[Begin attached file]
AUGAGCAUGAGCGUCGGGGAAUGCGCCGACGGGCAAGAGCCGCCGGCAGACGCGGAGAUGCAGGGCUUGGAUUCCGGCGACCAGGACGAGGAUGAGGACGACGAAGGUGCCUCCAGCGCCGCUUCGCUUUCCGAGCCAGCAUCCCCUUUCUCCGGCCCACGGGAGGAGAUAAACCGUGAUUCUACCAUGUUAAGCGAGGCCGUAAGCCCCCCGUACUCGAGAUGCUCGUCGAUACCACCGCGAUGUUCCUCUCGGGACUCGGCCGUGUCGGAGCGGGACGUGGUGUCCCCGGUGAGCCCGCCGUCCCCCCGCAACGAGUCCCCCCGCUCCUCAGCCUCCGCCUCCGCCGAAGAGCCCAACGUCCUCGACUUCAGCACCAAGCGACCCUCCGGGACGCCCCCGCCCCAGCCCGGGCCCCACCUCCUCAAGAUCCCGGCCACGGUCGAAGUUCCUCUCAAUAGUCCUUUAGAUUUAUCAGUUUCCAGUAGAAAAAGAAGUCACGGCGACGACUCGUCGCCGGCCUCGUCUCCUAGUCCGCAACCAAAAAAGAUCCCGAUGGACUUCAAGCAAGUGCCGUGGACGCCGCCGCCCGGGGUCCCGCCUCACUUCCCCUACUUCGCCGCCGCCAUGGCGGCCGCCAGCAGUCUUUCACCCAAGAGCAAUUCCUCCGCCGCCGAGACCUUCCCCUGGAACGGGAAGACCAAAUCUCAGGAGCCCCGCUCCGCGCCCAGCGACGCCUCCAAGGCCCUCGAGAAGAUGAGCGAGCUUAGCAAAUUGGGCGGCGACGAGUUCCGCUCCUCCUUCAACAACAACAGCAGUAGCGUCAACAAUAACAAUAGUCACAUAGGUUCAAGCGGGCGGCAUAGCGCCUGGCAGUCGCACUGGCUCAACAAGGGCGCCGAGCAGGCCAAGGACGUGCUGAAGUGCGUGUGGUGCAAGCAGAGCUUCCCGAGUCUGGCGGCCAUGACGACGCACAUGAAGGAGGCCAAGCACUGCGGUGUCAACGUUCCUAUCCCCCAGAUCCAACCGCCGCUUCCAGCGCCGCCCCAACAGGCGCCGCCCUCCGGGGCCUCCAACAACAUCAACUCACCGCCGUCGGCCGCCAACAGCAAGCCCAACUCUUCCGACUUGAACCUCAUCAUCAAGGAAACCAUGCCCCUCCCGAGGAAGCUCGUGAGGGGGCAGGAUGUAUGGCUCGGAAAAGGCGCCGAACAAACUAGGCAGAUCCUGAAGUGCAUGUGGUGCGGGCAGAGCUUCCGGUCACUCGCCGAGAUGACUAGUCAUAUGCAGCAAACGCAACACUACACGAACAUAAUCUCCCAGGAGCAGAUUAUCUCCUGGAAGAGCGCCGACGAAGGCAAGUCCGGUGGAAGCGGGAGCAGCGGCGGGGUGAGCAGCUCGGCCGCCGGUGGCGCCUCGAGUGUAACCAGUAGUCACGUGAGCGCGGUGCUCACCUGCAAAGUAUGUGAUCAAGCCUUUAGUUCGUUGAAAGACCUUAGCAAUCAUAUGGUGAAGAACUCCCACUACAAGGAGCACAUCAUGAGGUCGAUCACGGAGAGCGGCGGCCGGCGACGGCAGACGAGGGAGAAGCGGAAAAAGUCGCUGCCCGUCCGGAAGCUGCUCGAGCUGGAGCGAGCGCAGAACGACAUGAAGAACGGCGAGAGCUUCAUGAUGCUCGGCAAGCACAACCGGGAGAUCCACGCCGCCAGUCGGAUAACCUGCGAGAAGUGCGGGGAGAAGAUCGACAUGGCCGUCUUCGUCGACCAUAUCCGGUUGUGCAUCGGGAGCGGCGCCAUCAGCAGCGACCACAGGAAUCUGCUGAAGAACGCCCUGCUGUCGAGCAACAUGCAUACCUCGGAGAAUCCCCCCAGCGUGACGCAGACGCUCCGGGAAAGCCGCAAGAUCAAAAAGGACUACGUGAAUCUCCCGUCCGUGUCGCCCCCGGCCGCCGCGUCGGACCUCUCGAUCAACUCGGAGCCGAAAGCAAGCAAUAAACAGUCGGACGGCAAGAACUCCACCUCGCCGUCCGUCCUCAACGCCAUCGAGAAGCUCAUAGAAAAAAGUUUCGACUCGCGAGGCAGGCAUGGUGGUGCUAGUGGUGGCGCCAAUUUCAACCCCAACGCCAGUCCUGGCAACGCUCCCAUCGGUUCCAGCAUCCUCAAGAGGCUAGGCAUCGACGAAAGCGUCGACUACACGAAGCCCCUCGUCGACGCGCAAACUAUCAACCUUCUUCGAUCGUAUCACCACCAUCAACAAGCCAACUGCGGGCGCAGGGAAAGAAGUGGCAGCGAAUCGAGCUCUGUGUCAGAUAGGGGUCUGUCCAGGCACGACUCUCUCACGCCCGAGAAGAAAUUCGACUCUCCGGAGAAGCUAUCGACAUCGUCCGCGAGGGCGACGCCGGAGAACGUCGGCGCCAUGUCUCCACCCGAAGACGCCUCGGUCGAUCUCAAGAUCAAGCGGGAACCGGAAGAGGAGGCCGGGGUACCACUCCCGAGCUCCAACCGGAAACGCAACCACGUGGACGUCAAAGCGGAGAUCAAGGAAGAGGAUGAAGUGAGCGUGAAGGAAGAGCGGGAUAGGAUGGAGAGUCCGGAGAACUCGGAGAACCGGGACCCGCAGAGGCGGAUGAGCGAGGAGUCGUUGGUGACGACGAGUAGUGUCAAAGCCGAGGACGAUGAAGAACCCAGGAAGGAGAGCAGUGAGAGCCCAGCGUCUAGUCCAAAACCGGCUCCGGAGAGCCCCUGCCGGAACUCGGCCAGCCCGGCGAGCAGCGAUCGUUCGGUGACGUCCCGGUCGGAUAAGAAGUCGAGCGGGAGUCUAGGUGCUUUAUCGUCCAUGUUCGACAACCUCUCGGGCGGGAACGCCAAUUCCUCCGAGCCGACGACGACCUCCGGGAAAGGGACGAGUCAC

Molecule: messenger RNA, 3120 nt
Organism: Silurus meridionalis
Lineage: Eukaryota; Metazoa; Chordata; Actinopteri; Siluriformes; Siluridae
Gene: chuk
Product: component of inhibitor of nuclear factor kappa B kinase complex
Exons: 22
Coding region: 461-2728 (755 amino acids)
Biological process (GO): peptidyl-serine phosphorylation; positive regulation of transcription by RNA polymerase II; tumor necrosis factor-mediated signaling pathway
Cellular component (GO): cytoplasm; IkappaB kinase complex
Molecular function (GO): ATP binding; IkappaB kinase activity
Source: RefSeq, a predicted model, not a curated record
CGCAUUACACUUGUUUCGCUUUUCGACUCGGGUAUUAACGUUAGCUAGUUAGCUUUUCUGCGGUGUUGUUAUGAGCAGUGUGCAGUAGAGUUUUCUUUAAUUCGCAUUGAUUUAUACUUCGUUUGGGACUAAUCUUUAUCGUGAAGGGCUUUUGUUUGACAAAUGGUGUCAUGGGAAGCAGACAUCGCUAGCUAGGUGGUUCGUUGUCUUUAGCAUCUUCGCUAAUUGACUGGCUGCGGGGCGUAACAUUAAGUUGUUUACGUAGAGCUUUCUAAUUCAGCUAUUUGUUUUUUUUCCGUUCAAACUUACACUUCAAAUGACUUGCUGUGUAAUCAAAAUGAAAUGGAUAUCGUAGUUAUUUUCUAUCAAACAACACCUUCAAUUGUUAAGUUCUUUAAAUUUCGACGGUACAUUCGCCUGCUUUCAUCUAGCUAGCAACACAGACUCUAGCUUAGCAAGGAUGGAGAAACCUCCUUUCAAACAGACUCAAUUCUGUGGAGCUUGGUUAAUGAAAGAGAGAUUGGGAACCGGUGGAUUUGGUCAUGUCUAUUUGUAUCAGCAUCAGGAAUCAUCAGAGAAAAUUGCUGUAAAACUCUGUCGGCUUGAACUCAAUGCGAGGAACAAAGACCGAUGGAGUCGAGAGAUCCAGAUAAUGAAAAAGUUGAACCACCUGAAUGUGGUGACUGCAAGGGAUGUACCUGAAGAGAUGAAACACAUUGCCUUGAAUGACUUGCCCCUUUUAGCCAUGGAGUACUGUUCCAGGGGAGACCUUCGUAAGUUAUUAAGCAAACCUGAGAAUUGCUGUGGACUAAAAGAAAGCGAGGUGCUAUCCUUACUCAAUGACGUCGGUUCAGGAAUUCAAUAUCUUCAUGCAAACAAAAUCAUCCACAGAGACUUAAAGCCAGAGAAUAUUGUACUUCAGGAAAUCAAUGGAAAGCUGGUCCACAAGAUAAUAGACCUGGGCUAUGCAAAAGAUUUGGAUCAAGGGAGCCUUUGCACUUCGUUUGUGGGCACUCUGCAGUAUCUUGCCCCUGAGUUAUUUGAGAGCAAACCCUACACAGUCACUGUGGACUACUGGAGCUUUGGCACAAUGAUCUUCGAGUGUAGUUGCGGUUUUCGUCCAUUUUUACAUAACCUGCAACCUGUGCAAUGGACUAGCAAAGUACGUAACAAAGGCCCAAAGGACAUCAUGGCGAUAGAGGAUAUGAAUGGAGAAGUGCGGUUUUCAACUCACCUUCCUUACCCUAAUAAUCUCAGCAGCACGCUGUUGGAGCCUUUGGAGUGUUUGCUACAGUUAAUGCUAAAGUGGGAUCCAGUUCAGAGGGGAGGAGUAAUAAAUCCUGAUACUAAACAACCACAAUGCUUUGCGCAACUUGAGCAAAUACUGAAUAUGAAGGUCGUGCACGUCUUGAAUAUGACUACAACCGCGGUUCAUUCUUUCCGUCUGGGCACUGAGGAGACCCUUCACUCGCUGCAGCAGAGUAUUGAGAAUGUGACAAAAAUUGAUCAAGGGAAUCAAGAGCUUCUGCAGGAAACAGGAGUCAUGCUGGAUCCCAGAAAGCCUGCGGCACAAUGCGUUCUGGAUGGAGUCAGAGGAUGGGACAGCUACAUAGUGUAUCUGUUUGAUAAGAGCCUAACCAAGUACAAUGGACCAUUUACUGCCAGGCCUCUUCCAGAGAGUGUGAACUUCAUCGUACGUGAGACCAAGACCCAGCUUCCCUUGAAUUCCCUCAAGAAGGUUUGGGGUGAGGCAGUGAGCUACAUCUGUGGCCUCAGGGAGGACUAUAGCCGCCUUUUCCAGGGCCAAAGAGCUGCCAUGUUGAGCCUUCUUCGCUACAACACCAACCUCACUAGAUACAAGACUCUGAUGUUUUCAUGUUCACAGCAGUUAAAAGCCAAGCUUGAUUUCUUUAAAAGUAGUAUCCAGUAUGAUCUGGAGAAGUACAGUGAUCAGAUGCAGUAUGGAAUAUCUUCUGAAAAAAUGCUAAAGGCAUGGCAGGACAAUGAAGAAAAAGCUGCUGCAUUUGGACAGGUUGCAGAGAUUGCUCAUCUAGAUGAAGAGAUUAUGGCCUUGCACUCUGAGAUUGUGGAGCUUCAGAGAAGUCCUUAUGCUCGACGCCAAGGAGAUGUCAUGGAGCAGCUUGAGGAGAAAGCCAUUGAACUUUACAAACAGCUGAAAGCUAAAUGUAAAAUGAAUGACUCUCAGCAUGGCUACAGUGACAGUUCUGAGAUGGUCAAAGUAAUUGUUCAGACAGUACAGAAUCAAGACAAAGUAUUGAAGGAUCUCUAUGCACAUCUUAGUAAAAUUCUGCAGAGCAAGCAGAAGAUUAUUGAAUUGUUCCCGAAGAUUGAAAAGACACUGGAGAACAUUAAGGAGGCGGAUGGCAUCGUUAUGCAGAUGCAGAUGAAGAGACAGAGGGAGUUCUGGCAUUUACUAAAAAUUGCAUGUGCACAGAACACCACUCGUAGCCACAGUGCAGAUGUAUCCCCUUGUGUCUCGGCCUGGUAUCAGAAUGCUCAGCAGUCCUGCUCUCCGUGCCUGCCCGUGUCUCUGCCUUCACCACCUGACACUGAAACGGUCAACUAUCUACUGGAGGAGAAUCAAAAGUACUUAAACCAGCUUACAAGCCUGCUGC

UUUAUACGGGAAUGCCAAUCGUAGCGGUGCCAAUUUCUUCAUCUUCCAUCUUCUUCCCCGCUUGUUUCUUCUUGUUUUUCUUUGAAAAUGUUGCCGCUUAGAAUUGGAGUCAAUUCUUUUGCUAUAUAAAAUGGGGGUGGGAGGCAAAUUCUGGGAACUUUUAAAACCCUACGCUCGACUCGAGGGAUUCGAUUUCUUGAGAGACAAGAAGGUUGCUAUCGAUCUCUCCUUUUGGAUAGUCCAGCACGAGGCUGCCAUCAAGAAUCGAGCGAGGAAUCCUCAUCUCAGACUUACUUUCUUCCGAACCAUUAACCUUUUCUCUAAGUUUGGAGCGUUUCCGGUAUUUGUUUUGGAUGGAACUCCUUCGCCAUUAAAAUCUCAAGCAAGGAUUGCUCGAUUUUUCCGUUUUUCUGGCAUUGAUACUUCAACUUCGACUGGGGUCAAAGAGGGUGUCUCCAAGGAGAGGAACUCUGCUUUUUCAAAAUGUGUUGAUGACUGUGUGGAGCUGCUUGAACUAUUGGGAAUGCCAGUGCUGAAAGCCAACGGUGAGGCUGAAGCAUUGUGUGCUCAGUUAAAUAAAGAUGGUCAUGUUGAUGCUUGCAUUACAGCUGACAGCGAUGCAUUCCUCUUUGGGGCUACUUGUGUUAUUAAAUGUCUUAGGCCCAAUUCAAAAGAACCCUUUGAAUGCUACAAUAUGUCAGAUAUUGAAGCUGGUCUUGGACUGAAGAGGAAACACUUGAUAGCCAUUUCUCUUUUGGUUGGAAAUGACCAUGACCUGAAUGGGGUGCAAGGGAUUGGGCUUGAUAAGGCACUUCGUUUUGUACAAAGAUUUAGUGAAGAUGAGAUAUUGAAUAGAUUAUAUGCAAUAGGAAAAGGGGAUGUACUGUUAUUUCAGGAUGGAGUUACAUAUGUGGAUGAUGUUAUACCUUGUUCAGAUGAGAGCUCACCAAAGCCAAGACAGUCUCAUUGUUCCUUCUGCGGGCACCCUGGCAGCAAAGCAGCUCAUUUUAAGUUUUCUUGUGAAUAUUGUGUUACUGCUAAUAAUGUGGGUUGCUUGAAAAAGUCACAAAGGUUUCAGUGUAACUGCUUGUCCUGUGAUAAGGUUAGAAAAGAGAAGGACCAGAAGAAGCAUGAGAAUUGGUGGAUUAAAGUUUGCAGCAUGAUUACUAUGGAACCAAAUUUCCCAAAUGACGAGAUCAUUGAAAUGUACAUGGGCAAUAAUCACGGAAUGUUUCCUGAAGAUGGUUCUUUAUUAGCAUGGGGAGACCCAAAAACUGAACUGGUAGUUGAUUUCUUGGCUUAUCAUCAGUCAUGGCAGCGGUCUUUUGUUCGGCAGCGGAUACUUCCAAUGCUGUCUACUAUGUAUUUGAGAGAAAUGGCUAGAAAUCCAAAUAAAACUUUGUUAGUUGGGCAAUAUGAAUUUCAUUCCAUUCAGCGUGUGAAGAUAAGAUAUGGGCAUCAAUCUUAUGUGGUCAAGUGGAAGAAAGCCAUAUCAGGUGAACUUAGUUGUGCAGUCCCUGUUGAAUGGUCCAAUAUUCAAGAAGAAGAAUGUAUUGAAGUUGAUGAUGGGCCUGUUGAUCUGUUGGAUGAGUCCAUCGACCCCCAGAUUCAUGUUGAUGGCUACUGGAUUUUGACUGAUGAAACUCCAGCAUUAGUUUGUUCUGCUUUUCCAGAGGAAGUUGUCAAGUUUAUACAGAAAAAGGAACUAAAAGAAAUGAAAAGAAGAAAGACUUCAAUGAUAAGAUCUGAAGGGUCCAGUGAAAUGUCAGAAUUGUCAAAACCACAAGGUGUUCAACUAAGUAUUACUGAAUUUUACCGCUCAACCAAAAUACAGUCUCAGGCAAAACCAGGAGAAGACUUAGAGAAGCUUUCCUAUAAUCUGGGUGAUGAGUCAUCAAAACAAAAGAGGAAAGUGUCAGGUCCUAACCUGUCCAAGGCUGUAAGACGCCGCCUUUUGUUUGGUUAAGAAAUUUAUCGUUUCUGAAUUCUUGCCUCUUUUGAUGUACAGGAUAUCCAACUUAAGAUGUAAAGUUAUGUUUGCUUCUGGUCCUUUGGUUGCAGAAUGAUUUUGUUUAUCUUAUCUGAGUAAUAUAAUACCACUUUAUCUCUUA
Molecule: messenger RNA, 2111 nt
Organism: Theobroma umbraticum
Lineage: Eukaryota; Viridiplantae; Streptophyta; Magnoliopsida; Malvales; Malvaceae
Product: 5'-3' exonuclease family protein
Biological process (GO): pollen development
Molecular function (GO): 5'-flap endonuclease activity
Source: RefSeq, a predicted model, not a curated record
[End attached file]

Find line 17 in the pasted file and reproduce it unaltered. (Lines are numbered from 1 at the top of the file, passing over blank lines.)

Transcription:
Lineage: Eukaryota; Viridiplantae; Streptophyta; Magnoliopsida; Malvales; Malvaceae